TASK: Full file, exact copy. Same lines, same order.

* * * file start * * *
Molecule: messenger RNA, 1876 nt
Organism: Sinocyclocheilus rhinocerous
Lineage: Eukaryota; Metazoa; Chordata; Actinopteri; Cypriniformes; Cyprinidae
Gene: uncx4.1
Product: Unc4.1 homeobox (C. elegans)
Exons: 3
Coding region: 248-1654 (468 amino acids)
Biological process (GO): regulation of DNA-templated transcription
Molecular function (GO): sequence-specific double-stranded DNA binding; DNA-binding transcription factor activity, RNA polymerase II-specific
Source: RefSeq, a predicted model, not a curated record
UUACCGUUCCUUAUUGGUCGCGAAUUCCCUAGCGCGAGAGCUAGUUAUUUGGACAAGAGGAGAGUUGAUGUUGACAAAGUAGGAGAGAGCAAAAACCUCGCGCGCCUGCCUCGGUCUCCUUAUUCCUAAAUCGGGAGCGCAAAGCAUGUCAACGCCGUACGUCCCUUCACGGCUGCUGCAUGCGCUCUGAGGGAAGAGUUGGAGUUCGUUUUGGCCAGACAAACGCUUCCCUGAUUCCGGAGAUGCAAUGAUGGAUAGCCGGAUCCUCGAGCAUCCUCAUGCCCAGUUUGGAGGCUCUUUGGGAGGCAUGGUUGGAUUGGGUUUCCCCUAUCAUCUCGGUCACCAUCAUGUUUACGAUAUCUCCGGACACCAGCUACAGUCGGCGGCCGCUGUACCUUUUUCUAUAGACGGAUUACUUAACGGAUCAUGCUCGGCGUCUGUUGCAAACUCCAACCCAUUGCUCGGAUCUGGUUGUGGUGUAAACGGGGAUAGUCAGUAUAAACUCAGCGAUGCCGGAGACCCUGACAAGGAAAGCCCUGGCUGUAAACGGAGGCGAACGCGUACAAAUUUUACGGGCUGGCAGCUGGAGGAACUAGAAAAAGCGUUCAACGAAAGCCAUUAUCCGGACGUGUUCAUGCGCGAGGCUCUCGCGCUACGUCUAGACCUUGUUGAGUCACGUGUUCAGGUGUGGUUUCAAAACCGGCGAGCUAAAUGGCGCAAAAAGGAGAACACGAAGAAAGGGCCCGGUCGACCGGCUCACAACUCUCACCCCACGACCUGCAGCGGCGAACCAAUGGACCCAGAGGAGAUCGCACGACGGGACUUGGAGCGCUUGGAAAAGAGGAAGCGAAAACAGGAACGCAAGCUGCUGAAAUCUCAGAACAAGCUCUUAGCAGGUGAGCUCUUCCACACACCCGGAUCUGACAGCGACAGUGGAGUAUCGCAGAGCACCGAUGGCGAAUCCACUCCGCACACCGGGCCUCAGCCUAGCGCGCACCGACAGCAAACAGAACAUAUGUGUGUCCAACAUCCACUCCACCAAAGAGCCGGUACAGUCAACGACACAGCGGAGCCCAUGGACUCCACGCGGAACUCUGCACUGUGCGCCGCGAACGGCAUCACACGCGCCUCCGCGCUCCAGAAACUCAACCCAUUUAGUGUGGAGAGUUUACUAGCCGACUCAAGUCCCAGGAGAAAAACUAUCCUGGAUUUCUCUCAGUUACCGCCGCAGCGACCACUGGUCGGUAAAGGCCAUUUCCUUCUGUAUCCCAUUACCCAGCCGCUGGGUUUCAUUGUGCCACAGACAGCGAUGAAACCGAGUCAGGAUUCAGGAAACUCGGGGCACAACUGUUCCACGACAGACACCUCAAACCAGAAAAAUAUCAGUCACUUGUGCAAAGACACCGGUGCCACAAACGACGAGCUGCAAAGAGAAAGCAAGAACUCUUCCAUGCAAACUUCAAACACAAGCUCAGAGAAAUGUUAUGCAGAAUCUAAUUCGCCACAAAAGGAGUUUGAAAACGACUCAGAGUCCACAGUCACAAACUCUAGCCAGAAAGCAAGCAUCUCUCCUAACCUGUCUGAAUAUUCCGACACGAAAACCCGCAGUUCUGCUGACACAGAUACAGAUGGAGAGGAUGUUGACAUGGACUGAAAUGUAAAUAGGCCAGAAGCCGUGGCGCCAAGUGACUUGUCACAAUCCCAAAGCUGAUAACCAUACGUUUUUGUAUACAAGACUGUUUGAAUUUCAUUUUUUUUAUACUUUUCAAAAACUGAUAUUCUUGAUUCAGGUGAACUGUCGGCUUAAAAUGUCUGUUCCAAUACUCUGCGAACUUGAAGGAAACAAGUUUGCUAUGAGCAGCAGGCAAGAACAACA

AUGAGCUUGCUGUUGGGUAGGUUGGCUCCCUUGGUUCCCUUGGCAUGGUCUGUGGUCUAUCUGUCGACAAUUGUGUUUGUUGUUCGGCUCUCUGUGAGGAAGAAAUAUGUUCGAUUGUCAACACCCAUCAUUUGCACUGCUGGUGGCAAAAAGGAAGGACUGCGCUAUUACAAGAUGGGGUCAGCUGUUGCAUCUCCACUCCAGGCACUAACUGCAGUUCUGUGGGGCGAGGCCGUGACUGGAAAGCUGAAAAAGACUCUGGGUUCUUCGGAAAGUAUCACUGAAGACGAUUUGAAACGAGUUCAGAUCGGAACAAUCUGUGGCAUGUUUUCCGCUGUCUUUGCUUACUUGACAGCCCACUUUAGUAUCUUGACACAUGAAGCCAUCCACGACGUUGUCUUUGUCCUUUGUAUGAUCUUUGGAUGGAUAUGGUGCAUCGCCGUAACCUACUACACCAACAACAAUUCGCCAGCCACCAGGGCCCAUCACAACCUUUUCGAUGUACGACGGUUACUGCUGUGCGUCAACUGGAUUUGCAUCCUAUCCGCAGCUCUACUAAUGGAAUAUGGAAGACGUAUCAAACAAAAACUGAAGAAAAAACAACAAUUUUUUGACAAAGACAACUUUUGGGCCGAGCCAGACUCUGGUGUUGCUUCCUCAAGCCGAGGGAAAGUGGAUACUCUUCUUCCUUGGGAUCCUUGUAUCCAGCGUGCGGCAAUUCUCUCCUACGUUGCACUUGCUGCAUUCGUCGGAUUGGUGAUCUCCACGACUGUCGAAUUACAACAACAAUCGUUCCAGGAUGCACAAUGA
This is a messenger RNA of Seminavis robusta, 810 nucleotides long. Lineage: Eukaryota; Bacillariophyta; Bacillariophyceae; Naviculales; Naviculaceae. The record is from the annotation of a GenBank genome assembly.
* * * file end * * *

Molecule: messenger RNA, 1876 nt
Organism: Sinocyclocheilus rhinocerous
Lineage: Eukaryota; Metazoa; Chordata; Actinopteri; Cypriniformes; Cyprinidae
Gene: uncx4.1
Product: Unc4.1 homeobox (C. elegans)
Exons: 3
Coding region: 248-1654 (468 amino acids)
Biological process (GO): regulation of DNA-templated transcription
Molecular function (GO): sequence-specific double-stranded DNA binding; DNA-binding transcription factor activity, RNA polymerase II-specific
Source: RefSeq, a predicted model, not a curated record
UUACCGUUCCUUAUUGGUCGCGAAUUCCCUAGCGCGAGAGCUAGUUAUUUGGACAAGAGGAGAGUUGAUGUUGACAAAGUAGGAGAGAGCAAAAACCUCGCGCGCCUGCCUCGGUCUCCUUAUUCCUAAAUCGGGAGCGCAAAGCAUGUCAACGCCGUACGUCCCUUCACGGCUGCUGCAUGCGCUCUGAGGGAAGAGUUGGAGUUCGUUUUGGCCAGACAAACGCUUCCCUGAUUCCGGAGAUGCAAUGAUGGAUAGCCGGAUCCUCGAGCAUCCUCAUGCCCAGUUUGGAGGCUCUUUGGGAGGCAUGGUUGGAUUGGGUUUCCCCUAUCAUCUCGGUCACCAUCAUGUUUACGAUAUCUCCGGACACCAGCUACAGUCGGCGGCCGCUGUACCUUUUUCUAUAGACGGAUUACUUAACGGAUCAUGCUCGGCGUCUGUUGCAAACUCCAACCCAUUGCUCGGAUCUGGUUGUGGUGUAAACGGGGAUAGUCAGUAUAAACUCAGCGAUGCCGGAGACCCUGACAAGGAAAGCCCUGGCUGUAAACGGAGGCGAACGCGUACAAAUUUUACGGGCUGGCAGCUGGAGGAACUAGAAAAAGCGUUCAACGAAAGCCAUUAUCCGGACGUGUUCAUGCGCGAGGCUCUCGCGCUACGUCUAGACCUUGUUGAGUCACGUGUUCAGGUGUGGUUUCAAAACCGGCGAGCUAAAUGGCGCAAAAAGGAGAACACGAAGAAAGGGCCCGGUCGACCGGCUCACAACUCUCACCCCACGACCUGCAGCGGCGAACCAAUGGACCCAGAGGAGAUCGCACGACGGGACUUGGAGCGCUUGGAAAAGAGGAAGCGAAAACAGGAACGCAAGCUGCUGAAAUCUCAGAACAAGCUCUUAGCAGGUGAGCUCUUCCACACACCCGGAUCUGACAGCGACAGUGGAGUAUCGCAGAGCACCGAUGGCGAAUCCACUCCGCACACCGGGCCUCAGCCUAGCGCGCACCGACAGCAAACAGAACAUAUGUGUGUCCAACAUCCACUCCACCAAAGAGCCGGUACAGUCAACGACACAGCGGAGCCCAUGGACUCCACGCGGAACUCUGCACUGUGCGCCGCGAACGGCAUCACACGCGCCUCCGCGCUCCAGAAACUCAACCCAUUUAGUGUGGAGAGUUUACUAGCCGACUCAAGUCCCAGGAGAAAAACUAUCCUGGAUUUCUCUCAGUUACCGCCGCAGCGACCACUGGUCGGUAAAGGCCAUUUCCUUCUGUAUCCCAUUACCCAGCCGCUGGGUUUCAUUGUGCCACAGACAGCGAUGAAACCGAGUCAGGAUUCAGGAAACUCGGGGCACAACUGUUCCACGACAGACACCUCAAACCAGAAAAAUAUCAGUCACUUGUGCAAAGACACCGGUGCCACAAACGACGAGCUGCAAAGAGAAAGCAAGAACUCUUCCAUGCAAACUUCAAACACAAGCUCAGAGAAAUGUUAUGCAGAAUCUAAUUCGCCACAAAAGGAGUUUGAAAACGACUCAGAGUCCACAGUCACAAACUCUAGCCAGAAAGCAAGCAUCUCUCCUAACCUGUCUGAAUAUUCCGACACGAAAACCCGCAGUUCUGCUGACACAGAUACAGAUGGAGAGGAUGUUGACAUGGACUGAAAUGUAAAUAGGCCAGAAGCCGUGGCGCCAAGUGACUUGUCACAAUCCCAAAGCUGAUAACCAUACGUUUUUGUAUACAAGACUGUUUGAAUUUCAUUUUUUUUAUACUUUUCAAAAACUGAUAUUCUUGAUUCAGGUGAACUGUCGGCUUAAAAUGUCUGUUCCAAUACUCUGCGAACUUGAAGGAAACAAGUUUGCUAUGAGCAGCAGGCAAGAACAACA

AUGAGCUUGCUGUUGGGUAGGUUGGCUCCCUUGGUUCCCUUGGCAUGGUCUGUGGUCUAUCUGUCGACAAUUGUGUUUGUUGUUCGGCUCUCUGUGAGGAAGAAAUAUGUUCGAUUGUCAACACCCAUCAUUUGCACUGCUGGUGGCAAAAAGGAAGGACUGCGCUAUUACAAGAUGGGGUCAGCUGUUGCAUCUCCACUCCAGGCACUAACUGCAGUUCUGUGGGGCGAGGCCGUGACUGGAAAGCUGAAAAAGACUCUGGGUUCUUCGGAAAGUAUCACUGAAGACGAUUUGAAACGAGUUCAGAUCGGAACAAUCUGUGGCAUGUUUUCCGCUGUCUUUGCUUACUUGACAGCCCACUUUAGUAUCUUGACACAUGAAGCCAUCCACGACGUUGUCUUUGUCCUUUGUAUGAUCUUUGGAUGGAUAUGGUGCAUCGCCGUAACCUACUACACCAACAACAAUUCGCCAGCCACCAGGGCCCAUCACAACCUUUUCGAUGUACGACGGUUACUGCUGUGCGUCAACUGGAUUUGCAUCCUAUCCGCAGCUCUACUAAUGGAAUAUGGAAGACGUAUCAAACAAAAACUGAAGAAAAAACAACAAUUUUUUGACAAAGACAACUUUUGGGCCGAGCCAGACUCUGGUGUUGCUUCCUCAAGCCGAGGGAAAGUGGAUACUCUUCUUCCUUGGGAUCCUUGUAUCCAGCGUGCGGCAAUUCUCUCCUACGUUGCACUUGCUGCAUUCGUCGGAUUGGUGAUCUCCACGACUGUCGAAUUACAACAACAAUCGUUCCAGGAUGCACAAUGA
This is a messenger RNA of Seminavis robusta, 810 nucleotides long. Lineage: Eukaryota; Bacillariophyta; Bacillariophyceae; Naviculales; Naviculaceae. The record is from the annotation of a GenBank genome assembly.